Category: Music
Tiki Month 2015

Tiki Music: The Ukulele


A little background music while you read this post.
I've been on a little bit of a ukulele music kick lately. I was kicking around the web back in January, looking for material for the Tiki culture portion of Tiki Month and ran across an nice article in The Atlantic entitled The Rise and Fall (and Rise) of the Ukulele. It is an excellent little history of the ukulele in American pop culture, and well worth a read. The word "Tiki" doesn't actually appear in the article, and mentioning that is a good way to note that while they are often connected, the ukulele is not at all exclusively a Tiki music instrument (especially of late). I'll just focus on the fact that the arc of the ukulele's popularity closely matches that of Tiki culture in general, and for much the same reasons. In broad strokes, the ukulele (in its Hawaiian-perfected form) first came to mainstream attention in the early 20th Century, before the invention of Tiki. With its exotic origins and ease of play, the ukulele was a fun and easy way to transport yourself through imagination to exotic lands, just like the Tiki culture which followed and adopted the uke. By the 1950's, the instrument was huge, reaching a peak of popularity, with nearly one and three-quarter million ukulele players in the US alone. If your image of the ukulele is of ridiculous nerd Tiny Tim, "tiptoeing through the tulips", remember that Elvis's ukulele soundtrack from Blue Hawaii was number one for five months.
Elvis played the ukulele. Your argument is invalid.
But with the 60's, the culture started to move on. The Beatles, with their big, sexy, throbbing guitars made the little ukulele seem childish. Also, I imagine that the burgeoning of the recorded music industry hurt the ukulele too. One of its chief draws is how easy it is to learn and to play this little guy. As technology made it less and less important for people to be able to make their own music, instruments whose leading draw was their ease of play lost a lot of their market edge. Besides, if you liked a piece of ukulele music, there was the mortal risk that your Dad might whip his out and try to play it!

OF course, if your step-dad is The Rock, that douchebag Steve who wants to mock you for his playing the ukulele will probably think better of it.... (Journey 2 the Mysterious Island)
Among the frustrations I've experienced recently is the discovery that The Rock—The Freakin' Rock!—has a better voice than I do.... Eventually, like other aspects of Tiki culture, the ukulele was virtually forgotten by pop culture. This paved the way for its revival, as its cultural baggage lost its potency. The things that made it popular to begin with remain true, of course. It is easy to play. It is versatile. It is just intrinsically fun. Again, just like other elements of Tiki culture, the ukulele's revival comes in a form more integrated with mainstream culture. The web is rife with ukulele covers of distinctly non-tropical music. And the thing is, they work. Sometime when you are definitely not at work, listen to this semi-perfect cover of Cee Lo Green's most famous hit. (No really, it is not the radio version!) Of course, as Tiki culture in its purer forms makes its boutique, and hopefully sustainable comeback, the ukulele is still a staple for musicians such as Don Tiki. Search around for ukulele music. You'll like it. And if you have the least musical inclination, whether you want a first instrument or you are a musician who'd be interested in an easy extra to pick up, consider a ukulele. You can get a Starter Ukulele, with extra strings, case, and introductory instruction book from Amazon for $32.50. And that's a Prime Eligible price. I bought one shortly before posting this. And yes, I am aware I just reduced the chance that anyone who reads this will risk visiting my home in the future.... abc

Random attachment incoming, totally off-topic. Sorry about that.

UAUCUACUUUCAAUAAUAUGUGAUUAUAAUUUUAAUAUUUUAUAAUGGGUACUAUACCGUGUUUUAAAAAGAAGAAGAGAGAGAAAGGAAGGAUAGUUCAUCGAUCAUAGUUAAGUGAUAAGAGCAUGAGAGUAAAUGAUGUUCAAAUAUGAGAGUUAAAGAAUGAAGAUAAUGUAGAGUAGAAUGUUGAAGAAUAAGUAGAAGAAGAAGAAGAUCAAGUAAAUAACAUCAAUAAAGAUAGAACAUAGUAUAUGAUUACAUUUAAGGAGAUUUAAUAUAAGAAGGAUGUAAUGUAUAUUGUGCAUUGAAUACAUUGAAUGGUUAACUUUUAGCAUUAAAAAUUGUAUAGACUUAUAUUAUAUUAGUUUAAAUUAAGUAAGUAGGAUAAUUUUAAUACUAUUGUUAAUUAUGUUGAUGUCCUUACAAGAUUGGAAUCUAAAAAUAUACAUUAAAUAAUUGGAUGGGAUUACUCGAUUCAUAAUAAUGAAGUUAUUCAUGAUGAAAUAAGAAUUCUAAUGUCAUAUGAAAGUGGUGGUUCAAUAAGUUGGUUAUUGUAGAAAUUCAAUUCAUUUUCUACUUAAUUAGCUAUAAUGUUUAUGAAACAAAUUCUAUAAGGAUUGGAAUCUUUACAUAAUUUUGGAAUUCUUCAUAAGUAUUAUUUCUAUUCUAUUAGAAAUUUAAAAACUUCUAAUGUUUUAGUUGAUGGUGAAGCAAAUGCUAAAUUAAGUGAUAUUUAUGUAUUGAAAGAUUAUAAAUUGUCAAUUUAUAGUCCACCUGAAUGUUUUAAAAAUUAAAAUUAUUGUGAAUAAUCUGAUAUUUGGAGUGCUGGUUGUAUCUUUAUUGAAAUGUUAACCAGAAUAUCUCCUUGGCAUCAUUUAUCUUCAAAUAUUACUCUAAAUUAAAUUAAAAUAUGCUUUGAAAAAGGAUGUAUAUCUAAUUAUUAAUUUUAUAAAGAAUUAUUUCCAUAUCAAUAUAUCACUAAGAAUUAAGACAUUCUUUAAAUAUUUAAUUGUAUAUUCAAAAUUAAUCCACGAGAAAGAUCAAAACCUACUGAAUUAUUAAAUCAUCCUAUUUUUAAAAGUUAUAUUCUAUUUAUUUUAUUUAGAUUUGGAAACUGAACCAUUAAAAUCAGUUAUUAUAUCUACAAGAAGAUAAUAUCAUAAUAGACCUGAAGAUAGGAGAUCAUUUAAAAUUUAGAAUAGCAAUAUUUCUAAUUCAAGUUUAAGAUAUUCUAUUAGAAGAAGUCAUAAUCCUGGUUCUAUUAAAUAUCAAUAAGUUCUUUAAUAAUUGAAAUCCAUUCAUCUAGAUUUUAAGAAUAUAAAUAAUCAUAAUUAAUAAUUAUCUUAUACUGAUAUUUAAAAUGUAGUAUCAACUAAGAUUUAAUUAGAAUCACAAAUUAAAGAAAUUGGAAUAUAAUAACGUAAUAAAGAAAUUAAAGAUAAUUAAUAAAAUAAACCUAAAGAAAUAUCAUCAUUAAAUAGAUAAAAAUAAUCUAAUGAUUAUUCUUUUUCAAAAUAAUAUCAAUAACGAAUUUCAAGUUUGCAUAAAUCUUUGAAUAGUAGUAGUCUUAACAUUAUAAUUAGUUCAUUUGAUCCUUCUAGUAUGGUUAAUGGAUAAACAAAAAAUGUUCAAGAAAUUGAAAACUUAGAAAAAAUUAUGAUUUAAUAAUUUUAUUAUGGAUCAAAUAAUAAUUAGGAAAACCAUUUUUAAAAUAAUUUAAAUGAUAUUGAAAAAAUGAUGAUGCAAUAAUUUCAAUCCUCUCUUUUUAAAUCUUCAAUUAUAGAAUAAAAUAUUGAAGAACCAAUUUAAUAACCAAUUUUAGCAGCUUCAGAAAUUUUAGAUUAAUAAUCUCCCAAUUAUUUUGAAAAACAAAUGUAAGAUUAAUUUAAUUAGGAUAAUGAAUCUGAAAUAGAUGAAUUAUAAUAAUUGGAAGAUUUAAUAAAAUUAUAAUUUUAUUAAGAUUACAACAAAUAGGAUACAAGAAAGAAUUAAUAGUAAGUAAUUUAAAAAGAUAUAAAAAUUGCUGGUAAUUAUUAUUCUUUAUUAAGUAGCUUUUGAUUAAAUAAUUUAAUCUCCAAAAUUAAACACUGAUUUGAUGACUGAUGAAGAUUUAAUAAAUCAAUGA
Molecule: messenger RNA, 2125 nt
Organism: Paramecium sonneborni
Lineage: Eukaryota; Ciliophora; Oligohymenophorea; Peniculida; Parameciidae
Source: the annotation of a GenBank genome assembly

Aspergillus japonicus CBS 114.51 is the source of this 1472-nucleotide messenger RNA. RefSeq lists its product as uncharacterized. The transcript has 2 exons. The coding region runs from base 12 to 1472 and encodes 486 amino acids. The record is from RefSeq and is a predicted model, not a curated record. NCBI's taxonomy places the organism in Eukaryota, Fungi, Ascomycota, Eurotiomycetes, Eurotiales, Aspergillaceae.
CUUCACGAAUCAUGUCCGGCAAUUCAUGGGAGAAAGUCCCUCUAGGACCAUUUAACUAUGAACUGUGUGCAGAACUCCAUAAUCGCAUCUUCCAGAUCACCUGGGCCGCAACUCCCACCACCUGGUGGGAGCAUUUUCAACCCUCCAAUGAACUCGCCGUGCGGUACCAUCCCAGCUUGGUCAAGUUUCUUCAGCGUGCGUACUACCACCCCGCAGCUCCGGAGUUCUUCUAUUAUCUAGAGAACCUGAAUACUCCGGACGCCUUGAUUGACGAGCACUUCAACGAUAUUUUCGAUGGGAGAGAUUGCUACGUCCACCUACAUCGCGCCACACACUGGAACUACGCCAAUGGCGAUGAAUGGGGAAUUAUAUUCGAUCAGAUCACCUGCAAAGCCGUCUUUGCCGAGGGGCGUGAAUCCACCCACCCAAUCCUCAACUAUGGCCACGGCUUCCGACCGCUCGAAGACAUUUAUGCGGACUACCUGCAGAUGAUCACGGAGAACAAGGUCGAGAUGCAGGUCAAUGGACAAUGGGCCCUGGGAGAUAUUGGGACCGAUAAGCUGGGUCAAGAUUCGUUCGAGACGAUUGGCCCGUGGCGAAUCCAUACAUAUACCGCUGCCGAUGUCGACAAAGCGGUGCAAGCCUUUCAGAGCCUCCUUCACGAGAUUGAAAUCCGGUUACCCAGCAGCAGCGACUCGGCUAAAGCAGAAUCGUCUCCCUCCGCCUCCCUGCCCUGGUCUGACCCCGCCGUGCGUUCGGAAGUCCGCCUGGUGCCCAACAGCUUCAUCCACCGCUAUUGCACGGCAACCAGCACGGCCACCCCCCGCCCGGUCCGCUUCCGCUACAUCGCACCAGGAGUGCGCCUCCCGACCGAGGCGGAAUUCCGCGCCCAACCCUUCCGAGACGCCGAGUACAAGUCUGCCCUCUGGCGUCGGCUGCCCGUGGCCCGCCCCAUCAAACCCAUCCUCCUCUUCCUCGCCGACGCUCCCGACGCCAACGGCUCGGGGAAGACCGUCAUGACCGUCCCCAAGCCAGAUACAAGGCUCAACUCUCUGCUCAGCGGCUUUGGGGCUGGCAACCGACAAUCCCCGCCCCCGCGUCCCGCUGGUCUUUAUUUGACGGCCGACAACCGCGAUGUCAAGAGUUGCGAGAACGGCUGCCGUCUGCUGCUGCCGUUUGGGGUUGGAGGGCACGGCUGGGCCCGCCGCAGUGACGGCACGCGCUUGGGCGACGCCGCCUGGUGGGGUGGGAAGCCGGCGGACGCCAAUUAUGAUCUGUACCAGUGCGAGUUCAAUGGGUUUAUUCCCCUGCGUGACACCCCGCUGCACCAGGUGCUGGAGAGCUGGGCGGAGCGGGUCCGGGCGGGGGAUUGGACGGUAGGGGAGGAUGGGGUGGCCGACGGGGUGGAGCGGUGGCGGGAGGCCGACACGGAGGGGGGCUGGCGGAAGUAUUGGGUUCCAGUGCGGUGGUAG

Tiki Month 2012

Tiki Podcasts

At this point in Tiki Month, I think it appropriate to discuss one of the many legacies of the late Steve Jobs: The podcast. Sure, he didn't invent it, but he didn't invent the MP3 player, the personal computer, or digital music downloads either. He just made them workable and/or legally reasonable for white-bread Americans like me. I am not a huge podcast guy, but there is one activity I do a lot of that is conducive to listening to podcasts. You see, if I don't mow my grass every couple of days in the Summer, full-grown deer can hide it in with no trouble. Having a lawn in Ohio is a constant fight to keep your house visible from the street. Thus, every few days, I mount my mighty steed and do battle with the bluegrass besieging my home on all sides. I thus have plenty of time to listen to things over my noise-cancelling headphones whilst Blade-Biter and I do battle with the green horde, and I fill that time with podcasts. Two of my usual favorites are the Ricochet Podcast (Warning: Includes conservative screenwriters, columnists, and others who often use the term "RINO", as well as the occasional Pat Sajak. This makes it obviously a broadcast of the Vast Right Wing Conspiracy™) and How to do Everything (WARNING: A production of National Public Radio, and thus obviously a broadcast of the International Communist Conspiracy®). Both make me laugh, but they aren't enough to get me through all the grass. I've put together a few podcast suggestions for you that are appropriate to Tiki Month, some of which I've known for a long time, others that are new to me, but are ready on my computer for when the Spring comes. Listen to them when you like. I'll start with a few Tiki music-oriented audio podcasts: I'll start with Brian Cooper's Exotic Tiki Island Podcast. This is a brand-new one that features music from Brian's own collection of vintage exotica on LP. The sound quality of the music is exceptional for vintage vinyl, and the music is great. He doesn't talk a lot, but he does throw in some other stuff between songs, including some vintage, Tiki-themed advertisements. As I write this, there are only four episodes, but the latest one is less than a week old, so I expect more content to come. The Zen Tiki Lounge Podcast is another fairly new effort. It is more of a chat show with lots of music. In between the music there is a lot of banter and some good discussion about Tiki drinks in addition to Tiki Music. It also has been a very regular producer of new podcasts over its still short history. The companion website has episode summaries and any food or drink recipes discussed during each. The Quiet Village Podcast, from Digitiki is inexplicably not directly available through the iTunes store, but iTunes users can still subscribe manually, as I have. I think that this one is the best of the batch. Digitiki himself is a member of one of the very best exotica bands out there today, the Tikiyaki Orchestra. As of last week, there have been forty five episodes of The Quiet Village, an extraordinray number. The podcasts have become less frequent of late, but Digitiki is to be forgiven since he recently spawned a child or something. Each episode features lots of cool music and very detailed, interesting discussion about most every song played. There is usually a guest for him to talk with about the subject matter as well. While most of the one hour podcasts center on Tiki-style music, he does go slightly away for some thematically close stuff. His two-part podcast retrospective on James Bond music is simply awesome for even the casual Bond fan. The production values and Digitiki's voice on this podcast are utterly professional, better frankly than most such programs I've heard on places like NPR or Pacifica. If you like Tiki music at all, you need to check out this podcast for a sea of music you simply will not be able to hear anywhere, much less buy. Podcasts also come in video as well. The very first one I ever subscribed to, video or otherwise, was the late, much lamented TikiBarTV. Come back to us, Lala! OK, you can bring back Dr. Tiki and Johnny Johnny if you must.... Tiki Bar TV is a must watch, even if you don't give a damn about Tiki. The Velveteen Lounge Kitschen video podcast is genius. A dead-pan retro housewife (Kelly Camille Patterson) first mixes up a decent-sounding cocktail, Tiki or otherwise, then produces a somehow appetizing-sounding dish straight from what ought to be the darkest culinary days of 1959.... I may actually go buy some SPAM. The podcast is not 100% Tiki, but it is definitely of a piece with the era. If you don't want to subscribe to the podcast, the whole series (34 episodes so far) is available on YouTube as well. I'll wrap up this survey by embedding the episode A Lovely Luau With SPAM. abc